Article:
Demanding Better Transportation Conditions for Prisoners in Israel Prison Service Vehicles

HCJ 1482/08 Adalah et al. v. The Israel Prison Service, et al.

Adalah: “Prisoners are transported by the Israel Prison Service in conditions that violate their constitutional rights to freedom, dignity, minimal living conditions in prison, medical treatment and access to the courts.”

On 14 February 2008, Adalah, Physicians for Human Rights-Israel and the Legal Clinic for Prisoners’ Rights and Rehabilitation at Haifa University’s Faculty of Law petitioned the Supreme Court of Israel demanding that the Israel Prison Service (IPS) and the Ministry of  Public Security improve the conditions in which prisoners are transported in IPS vehicles. Specifically, the petitioners demanded that the prisoners: spend less time waiting in the vehicles; be allowed toilet breaks during transportation; and receive a set daily meal and water during long journeys, which they are currently denied. The petitioners also sought special vehicles for ill prisoners and additional vehicles. Attorney Abeer Baker submitted the petition on behalf of the three organizations.

Approximately 1,800 prisoners (including detainees and sentenced prisoners) are transported daily in IPS vehicles – known as “Posta” vehicles – to various destinations within Israel. Some are transferred from one prison to another, while others are transported to court hearings and to receive medical treatment.

According to testimonies obtained from prisoners, these journeys cause a great deal of suffering both due to the long and exhausting hours of travel (in some cases twelve consecutive hours) and because of the extremely uncomfortable conditions within the vehicles. The prisoners report, for example, suffering from pain, hunger and thirst as a result of the denial of access to toilet facilities, food and water. They are also forced to sit in pain for hours on metal seats without backrests or padding. Their movement is severely restricted: prisoners are made to sit with their hands and feet shackled, and are sometimes shackled to each another. Prisoners who are transported for medical treatment suffer doubly, especially those whose medical problem makes it difficult for them to sit in the first place, such as those with back problems, as the petitioners argued.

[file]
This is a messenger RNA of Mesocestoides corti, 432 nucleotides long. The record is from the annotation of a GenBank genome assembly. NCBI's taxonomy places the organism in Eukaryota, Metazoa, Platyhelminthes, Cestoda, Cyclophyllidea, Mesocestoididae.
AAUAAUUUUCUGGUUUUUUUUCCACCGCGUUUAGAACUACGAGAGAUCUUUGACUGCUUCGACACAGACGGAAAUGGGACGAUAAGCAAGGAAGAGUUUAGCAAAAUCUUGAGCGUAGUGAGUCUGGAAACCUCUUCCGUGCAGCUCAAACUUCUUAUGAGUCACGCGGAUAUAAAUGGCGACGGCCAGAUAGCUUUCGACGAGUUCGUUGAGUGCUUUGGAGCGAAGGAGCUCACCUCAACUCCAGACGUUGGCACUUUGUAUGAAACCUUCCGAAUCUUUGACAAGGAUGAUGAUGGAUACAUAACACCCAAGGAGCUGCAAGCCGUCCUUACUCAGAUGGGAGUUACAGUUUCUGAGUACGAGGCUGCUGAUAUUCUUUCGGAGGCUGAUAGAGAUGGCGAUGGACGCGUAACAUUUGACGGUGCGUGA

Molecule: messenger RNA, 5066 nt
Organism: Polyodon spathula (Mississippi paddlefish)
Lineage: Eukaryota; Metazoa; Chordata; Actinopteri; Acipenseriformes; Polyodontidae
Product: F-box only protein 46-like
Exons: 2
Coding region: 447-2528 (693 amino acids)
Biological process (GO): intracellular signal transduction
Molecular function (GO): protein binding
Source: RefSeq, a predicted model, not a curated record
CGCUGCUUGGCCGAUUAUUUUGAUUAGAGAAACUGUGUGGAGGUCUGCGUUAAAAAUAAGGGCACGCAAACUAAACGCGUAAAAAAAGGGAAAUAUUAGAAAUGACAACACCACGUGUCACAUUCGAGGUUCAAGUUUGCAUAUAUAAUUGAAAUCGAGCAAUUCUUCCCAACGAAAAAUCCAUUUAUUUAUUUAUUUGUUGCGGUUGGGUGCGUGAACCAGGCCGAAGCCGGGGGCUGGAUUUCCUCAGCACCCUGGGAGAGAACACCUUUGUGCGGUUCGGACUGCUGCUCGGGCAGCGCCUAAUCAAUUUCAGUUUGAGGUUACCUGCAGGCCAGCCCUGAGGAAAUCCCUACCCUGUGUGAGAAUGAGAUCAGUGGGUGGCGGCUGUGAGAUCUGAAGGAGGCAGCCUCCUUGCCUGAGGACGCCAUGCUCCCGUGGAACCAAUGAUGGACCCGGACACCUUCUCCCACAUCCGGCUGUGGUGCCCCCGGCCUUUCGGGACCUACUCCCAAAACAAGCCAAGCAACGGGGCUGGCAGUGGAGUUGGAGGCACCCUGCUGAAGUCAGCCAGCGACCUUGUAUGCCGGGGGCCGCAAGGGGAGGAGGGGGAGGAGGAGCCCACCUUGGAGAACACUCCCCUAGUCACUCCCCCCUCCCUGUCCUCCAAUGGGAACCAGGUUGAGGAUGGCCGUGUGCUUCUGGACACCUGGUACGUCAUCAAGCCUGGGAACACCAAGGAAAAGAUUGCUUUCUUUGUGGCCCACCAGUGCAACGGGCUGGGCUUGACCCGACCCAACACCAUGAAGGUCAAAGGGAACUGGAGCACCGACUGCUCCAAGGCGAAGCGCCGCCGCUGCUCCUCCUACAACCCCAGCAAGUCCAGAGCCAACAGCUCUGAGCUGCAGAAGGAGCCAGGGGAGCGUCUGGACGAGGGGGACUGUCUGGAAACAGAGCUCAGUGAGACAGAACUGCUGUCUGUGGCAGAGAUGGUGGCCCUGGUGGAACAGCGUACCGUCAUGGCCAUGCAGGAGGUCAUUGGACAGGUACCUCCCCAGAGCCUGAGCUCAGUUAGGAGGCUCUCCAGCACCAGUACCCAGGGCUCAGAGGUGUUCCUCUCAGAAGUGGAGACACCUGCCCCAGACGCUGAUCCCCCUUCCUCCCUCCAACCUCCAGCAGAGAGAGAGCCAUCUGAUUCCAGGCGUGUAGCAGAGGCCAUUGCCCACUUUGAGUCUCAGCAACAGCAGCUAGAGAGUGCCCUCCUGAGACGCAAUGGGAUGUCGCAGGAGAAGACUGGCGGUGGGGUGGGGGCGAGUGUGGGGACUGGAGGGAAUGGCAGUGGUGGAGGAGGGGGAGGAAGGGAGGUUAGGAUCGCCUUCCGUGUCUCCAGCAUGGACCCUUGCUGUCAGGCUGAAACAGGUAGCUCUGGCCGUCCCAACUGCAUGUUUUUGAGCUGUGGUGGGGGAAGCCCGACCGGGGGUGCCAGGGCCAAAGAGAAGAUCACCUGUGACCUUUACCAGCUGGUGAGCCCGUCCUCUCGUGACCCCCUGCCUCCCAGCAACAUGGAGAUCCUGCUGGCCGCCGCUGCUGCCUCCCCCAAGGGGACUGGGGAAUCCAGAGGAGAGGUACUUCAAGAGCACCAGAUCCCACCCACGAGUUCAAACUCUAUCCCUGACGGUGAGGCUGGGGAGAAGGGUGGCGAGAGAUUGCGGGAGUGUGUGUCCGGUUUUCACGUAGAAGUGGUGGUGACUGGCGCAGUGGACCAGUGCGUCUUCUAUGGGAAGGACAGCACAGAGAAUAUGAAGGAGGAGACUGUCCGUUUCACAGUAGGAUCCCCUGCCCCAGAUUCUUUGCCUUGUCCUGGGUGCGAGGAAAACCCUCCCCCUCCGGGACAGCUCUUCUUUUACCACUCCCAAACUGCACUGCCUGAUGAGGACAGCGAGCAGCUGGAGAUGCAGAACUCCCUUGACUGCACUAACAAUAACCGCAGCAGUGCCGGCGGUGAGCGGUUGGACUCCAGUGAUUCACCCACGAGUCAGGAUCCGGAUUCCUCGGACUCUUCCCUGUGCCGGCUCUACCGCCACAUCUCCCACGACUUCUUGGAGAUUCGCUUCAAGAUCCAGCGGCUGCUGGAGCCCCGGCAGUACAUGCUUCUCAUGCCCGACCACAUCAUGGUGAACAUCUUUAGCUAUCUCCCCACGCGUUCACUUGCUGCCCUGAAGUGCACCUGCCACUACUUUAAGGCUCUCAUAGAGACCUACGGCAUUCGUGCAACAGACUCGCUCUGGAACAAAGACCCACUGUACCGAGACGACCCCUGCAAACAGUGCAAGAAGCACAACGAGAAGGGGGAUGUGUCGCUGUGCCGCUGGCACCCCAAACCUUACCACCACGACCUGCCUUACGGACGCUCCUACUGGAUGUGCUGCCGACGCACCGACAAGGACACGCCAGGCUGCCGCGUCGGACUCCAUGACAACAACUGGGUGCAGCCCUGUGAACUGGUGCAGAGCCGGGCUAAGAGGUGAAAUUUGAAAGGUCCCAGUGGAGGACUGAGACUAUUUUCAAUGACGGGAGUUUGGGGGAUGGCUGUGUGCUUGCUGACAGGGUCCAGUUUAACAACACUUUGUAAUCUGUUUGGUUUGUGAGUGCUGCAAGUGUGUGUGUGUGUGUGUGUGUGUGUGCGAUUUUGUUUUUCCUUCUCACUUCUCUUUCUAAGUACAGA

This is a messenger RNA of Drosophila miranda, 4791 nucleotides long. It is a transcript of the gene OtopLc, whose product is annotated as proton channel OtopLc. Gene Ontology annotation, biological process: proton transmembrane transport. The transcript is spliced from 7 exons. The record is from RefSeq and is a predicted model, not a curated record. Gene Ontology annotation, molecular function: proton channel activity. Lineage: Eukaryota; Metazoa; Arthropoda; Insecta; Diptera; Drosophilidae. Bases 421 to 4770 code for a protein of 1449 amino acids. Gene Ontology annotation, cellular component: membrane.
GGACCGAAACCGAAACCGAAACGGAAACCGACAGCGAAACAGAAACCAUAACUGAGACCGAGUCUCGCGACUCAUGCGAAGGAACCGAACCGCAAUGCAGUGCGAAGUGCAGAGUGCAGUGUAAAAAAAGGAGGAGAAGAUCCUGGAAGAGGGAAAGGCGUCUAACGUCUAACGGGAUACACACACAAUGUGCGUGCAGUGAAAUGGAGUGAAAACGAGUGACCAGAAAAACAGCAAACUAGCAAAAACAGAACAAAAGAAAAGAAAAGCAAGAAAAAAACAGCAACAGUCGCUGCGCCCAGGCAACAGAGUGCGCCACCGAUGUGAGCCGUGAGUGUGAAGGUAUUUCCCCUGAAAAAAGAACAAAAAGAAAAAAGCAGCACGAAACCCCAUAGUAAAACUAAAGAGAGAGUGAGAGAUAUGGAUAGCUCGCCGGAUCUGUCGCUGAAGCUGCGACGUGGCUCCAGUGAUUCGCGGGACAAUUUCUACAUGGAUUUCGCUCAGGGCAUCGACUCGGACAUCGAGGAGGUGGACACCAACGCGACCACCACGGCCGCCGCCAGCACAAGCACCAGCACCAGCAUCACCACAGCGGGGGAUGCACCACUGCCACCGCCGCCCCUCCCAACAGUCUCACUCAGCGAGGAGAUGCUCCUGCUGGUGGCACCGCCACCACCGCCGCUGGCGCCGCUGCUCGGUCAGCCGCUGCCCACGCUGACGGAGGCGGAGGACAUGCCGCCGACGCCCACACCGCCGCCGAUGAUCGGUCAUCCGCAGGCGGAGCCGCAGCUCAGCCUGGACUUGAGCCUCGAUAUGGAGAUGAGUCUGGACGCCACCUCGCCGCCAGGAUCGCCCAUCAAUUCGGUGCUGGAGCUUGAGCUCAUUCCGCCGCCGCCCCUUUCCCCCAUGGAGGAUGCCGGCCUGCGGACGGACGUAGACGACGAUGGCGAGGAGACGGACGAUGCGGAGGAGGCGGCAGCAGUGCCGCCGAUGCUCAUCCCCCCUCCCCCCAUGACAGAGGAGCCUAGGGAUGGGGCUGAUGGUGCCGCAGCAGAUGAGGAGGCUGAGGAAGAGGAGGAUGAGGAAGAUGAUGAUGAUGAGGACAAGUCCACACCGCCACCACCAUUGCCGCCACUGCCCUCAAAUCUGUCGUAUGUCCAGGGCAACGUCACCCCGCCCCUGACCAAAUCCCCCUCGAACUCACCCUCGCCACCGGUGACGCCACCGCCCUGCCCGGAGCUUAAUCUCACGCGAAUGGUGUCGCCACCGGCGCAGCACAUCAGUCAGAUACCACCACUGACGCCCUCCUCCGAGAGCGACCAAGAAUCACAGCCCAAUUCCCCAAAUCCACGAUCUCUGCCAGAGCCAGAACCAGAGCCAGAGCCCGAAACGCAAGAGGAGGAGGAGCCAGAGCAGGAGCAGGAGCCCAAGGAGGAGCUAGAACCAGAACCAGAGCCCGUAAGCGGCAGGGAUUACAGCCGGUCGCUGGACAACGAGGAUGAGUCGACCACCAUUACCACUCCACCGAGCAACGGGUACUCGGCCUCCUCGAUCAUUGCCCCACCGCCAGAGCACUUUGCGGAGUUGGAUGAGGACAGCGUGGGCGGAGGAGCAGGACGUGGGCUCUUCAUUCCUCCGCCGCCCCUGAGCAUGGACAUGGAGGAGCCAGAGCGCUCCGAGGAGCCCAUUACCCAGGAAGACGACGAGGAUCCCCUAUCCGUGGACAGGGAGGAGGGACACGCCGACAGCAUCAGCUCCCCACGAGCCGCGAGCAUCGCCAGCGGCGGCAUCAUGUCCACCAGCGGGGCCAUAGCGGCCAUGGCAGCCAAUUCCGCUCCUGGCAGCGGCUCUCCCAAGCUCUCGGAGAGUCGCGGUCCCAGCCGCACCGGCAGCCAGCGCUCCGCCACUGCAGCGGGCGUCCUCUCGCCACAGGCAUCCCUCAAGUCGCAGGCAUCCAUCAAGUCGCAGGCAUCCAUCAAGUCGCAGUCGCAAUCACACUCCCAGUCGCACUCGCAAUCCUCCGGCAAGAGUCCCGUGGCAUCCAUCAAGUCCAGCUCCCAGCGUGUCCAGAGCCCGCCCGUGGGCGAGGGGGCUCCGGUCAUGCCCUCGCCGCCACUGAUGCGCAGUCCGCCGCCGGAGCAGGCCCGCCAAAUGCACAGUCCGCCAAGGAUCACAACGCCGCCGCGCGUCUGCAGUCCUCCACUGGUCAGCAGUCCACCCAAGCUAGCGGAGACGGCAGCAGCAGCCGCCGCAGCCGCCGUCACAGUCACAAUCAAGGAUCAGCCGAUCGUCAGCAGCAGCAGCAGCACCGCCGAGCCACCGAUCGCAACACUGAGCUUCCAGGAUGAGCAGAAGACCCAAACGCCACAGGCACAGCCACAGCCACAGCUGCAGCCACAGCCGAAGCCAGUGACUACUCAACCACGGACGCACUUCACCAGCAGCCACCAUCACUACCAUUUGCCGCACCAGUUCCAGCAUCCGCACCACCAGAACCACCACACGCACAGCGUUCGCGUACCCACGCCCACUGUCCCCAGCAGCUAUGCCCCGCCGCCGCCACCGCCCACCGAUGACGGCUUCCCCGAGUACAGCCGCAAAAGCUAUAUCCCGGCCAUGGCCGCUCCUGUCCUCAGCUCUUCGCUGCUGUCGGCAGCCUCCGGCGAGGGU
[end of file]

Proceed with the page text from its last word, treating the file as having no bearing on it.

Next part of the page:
The escort vehicles are divided into cells which have small air vents. Sometimes the air conditioner is left running for many hours, until it is “freezing” in the cell, while at other times, on hot summer days the air conditioner is not turned on at all. Some vehicles have no air conditioning.

Complaints about the transport conditions in escort vehicles have been submitted to the IPS and Ministry of Public Security for years by many groups, including the organizations that filed the petition, as well as other human rights groups, judges, Members of Knesset and the Office of the Public Defender. In response to the complaints the IPS has claimed that the conditions in the vehicles had been improved. However, research conducted by the petitioners revealed that the conditions remain substandard and violate the rights of prisoners.

The petitioners argued that the substandard conditions of transportation obstruct the prisoners in exercising their rights. For example, many prisoners choose to refrain from fully exercising their constitutional rights, such as the right to approach the courts and the right to receive medical treatment, in order to avoid the injury and degradation entailed in transit to courts and hospitals. The petitioners emphasized that the humiliating conditions violate the prisoners’ constitutional rights to freedom, dignity, minimal living conditions in prison, medical treatment and access to the courts disproportionately. This is, in violation of the Israeli Basic Law: Human Dignity and Liberty and in contradiction of the UN Standard Minimum Rules for the Treatment of Prisoners and several international human rights conventions prohibiting cruel, inhuman or degrading treatment or punishment.

Students from the University of Haifa’s Prisoner Rights Clinic, Arga Melul and Yoav Degani, were of great assistance in the drafting of the petition.

 H.C. 1482/08, Adalah et al. v. The Israel Prison Service, et al. (case pending)

The Petition (Hebrew)